Rescue. Advocacy. Sanctuary. For Life.

Since 1984

Newsletter | February 2023

Rescued bear Ben in his habitat at ARK 2000.

2023 Is the Year of the Bear!

At PAWS, we care for three very special bears every day: Boo Boo, Ben, and Mack. Bears get far less notice than exotic animals like elephants and tigers – although once you learn more about bears, they’re just as fascinating. To help remedy this situation, we’ve decided to call more attention to these overlooked animals by making 2023 “The Year of the Bear”!

Bears are highly intelligent, strong, and wide-ranging animals, with home ranges of 50 square miles or more. They are constantly on the move, active for about 18 hours a day while foraging, exploring, and caring for their young.

At PAWS, we mainly care for black bears:

Boo Boo (pictured) was a “pet” whose owners put a collar around his neck and chained him up in the backyard. But they never loosened the collar which tightened as he grew, nearly strangling him. The collar dug so deeply into Boo Boo’s neck it had to be surgically removed.


Ben was confined at a roadside attraction in a barren 12x22 foot cage made of concrete and chain link. He was fed dry dog food dumped onto the same floor where he urinated and defecated. Ben had nothing to do but pace back and forth.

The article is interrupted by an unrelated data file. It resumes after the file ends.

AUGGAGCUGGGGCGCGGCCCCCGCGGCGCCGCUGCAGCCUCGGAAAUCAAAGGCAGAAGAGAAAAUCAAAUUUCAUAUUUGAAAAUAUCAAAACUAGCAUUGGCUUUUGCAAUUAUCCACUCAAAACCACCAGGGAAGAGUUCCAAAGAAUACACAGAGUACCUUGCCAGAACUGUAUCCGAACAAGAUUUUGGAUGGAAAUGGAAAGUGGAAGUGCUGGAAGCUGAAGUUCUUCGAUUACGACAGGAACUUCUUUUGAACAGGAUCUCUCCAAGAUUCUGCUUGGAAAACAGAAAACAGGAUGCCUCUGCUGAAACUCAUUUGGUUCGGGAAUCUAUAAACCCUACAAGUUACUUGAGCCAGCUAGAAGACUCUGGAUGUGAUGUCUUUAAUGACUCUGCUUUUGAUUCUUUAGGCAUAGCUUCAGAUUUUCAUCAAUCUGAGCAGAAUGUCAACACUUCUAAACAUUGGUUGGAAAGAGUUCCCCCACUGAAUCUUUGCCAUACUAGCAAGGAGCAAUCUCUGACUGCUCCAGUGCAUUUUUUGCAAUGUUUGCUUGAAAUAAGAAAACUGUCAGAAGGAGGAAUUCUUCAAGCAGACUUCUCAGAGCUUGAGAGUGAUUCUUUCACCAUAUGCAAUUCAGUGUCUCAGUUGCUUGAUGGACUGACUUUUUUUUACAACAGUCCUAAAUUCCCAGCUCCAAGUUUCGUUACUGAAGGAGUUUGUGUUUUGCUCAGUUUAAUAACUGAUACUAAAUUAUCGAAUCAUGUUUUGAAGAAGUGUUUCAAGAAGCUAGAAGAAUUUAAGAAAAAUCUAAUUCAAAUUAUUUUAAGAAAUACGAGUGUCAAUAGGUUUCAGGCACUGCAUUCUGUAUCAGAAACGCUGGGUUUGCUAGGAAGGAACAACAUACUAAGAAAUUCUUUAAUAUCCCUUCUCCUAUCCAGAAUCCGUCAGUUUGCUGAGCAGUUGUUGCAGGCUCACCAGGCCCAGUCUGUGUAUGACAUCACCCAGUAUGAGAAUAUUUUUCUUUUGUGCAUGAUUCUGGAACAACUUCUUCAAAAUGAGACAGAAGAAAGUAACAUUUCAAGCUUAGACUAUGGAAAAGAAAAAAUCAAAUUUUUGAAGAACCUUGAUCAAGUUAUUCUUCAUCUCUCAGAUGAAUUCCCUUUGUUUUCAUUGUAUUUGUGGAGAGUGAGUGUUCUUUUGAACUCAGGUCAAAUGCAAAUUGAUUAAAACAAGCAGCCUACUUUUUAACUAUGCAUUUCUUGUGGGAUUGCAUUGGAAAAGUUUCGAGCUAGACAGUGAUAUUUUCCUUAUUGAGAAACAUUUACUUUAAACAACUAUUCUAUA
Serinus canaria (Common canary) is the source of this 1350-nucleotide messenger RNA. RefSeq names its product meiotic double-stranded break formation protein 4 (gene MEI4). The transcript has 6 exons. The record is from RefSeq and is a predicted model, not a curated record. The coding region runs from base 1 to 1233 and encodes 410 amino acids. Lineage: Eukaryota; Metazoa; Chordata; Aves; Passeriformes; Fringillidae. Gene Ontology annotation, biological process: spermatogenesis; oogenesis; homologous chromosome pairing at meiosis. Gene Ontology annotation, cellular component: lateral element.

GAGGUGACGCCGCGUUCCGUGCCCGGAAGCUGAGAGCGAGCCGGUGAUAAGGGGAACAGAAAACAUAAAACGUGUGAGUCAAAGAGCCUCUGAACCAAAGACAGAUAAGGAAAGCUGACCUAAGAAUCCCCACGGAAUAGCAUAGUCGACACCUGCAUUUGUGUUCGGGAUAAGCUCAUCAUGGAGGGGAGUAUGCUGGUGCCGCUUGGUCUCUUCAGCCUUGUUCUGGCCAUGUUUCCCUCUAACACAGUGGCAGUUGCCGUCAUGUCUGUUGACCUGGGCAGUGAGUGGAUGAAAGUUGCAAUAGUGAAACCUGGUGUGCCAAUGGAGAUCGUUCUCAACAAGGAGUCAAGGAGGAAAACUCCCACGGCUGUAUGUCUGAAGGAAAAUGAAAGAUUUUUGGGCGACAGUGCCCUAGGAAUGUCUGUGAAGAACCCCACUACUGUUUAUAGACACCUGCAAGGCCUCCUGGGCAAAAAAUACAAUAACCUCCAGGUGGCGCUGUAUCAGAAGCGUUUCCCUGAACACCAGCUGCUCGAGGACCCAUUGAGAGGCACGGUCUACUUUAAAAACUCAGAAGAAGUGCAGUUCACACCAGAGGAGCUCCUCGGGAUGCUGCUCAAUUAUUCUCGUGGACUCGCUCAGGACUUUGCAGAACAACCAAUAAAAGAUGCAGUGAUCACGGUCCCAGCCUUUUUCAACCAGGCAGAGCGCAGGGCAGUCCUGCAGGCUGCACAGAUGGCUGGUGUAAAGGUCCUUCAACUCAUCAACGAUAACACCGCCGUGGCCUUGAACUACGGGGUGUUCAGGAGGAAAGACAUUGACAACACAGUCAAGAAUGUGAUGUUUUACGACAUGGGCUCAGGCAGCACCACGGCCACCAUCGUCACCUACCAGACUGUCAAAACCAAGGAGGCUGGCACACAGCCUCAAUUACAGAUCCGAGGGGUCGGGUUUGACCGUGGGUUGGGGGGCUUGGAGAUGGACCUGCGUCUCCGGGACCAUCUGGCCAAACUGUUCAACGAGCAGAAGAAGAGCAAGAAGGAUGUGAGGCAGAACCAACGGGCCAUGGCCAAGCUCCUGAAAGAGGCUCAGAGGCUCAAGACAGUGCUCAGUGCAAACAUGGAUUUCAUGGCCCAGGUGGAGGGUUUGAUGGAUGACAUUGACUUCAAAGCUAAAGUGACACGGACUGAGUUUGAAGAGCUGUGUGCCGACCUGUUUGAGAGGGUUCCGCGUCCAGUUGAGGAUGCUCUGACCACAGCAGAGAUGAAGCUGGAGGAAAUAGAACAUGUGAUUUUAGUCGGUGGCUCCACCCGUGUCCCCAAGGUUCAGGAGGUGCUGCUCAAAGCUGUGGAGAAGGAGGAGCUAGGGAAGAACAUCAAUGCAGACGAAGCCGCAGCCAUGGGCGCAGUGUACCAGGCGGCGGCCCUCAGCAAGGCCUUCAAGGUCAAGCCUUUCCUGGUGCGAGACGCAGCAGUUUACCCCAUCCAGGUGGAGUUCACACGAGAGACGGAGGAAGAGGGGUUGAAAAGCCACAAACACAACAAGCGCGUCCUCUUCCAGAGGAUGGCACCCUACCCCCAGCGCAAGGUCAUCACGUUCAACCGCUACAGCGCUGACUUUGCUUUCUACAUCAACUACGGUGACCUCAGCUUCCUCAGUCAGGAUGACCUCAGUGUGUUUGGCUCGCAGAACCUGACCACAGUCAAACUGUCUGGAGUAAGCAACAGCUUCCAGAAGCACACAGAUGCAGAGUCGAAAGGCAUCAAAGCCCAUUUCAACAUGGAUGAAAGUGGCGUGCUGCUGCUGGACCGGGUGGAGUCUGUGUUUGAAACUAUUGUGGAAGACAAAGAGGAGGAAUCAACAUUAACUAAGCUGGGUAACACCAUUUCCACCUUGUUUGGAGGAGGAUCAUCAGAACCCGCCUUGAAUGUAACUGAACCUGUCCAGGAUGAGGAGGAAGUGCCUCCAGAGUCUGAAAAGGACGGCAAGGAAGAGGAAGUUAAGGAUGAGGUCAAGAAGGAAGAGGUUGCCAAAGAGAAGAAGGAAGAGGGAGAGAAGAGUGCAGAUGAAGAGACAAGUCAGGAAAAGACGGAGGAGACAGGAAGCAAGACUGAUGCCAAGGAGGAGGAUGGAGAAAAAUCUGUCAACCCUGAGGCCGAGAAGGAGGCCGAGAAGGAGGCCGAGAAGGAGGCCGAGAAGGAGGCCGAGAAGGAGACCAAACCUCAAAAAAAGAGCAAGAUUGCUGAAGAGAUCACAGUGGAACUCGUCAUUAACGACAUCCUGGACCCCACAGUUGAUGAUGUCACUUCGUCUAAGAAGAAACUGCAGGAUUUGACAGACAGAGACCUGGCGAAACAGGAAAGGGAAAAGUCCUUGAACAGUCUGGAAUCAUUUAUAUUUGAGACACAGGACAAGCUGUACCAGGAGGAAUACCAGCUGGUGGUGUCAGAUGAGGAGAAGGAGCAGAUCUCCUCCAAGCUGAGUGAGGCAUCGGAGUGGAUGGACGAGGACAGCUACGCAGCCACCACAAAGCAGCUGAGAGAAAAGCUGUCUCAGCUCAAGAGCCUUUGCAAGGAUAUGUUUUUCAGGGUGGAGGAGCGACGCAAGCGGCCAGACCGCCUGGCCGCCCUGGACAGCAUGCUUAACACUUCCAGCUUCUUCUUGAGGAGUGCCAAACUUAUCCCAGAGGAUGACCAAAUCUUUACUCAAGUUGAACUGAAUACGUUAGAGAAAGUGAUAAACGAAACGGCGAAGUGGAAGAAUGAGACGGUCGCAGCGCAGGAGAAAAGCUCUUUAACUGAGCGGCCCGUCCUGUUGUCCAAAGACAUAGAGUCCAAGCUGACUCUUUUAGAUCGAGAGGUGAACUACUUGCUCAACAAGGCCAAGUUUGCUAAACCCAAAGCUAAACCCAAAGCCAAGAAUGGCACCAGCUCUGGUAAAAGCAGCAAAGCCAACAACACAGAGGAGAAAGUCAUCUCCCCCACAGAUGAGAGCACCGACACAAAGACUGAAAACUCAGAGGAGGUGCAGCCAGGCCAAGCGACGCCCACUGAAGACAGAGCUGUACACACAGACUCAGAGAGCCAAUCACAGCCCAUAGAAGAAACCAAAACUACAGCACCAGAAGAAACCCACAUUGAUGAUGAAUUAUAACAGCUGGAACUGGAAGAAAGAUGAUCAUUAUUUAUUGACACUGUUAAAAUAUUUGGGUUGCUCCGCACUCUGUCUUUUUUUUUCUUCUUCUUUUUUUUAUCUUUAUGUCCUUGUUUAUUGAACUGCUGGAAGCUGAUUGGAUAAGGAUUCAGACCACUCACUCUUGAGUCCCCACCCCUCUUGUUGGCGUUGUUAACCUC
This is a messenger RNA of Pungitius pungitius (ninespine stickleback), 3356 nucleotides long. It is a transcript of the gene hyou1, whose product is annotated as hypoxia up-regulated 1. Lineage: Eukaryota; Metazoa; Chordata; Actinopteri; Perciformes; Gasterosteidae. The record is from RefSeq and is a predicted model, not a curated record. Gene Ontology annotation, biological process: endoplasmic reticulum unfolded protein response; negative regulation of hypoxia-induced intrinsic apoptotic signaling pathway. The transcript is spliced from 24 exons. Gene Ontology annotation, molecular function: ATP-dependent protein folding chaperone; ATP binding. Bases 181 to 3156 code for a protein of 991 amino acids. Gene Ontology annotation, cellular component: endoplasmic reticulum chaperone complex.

Mack (below) was a wild bear orphaned at a young age. When he began begging for food from people, state officials captured him. Part of Mack’s right rear leg is missing but that doesn’t slow down this energetic bear.

Today, these bears are safe and cared for at our ARK 2000 sanctuary, where they have spacious habitats and opportunities to engage in natural behaviors such as foraging, exploration, and digging into logs for tasty grubs and termites. Other captive bears are not so fortunate.


While much attention is given to the plight of captive elephants and big cats, bears also are abused and exploited. About 1,000 bears in the U.S. are used for entertainment or confined in roadside zoos.


Bears can be found in roadside attractions, including dismal zoos and archaic “bear pits.” They are exploited for profit in cruel cub petting operations where people pay to hold and take photos with baby bears who were torn from their mothers shortly after birth.

Bears in traveling shows are brutally trained and forced to perform tricks, spending long hours in cramped cages while on the road. Bears bought as “pets” will spend their lives in miserable backyard cages – frustrated, neglected, and deprived of all that is natural to them.


Visit our Take the Pledge for Bears page where you’ll find information about bears in captivity and how you can help them. You can also sign our petition to stop bear cub petting operations that exploit baby bears for profit.

Click here to "Take the Pledge for Bears"

PAWS Remembers

Our Co-founder, the Late Pat Derby


It’s hard to believe, but it has been 10 years since the passing of PAWS’ co-founder, the late Pat Derby. Every day we think about this amazing woman and her trailblazing work for captive wild animals.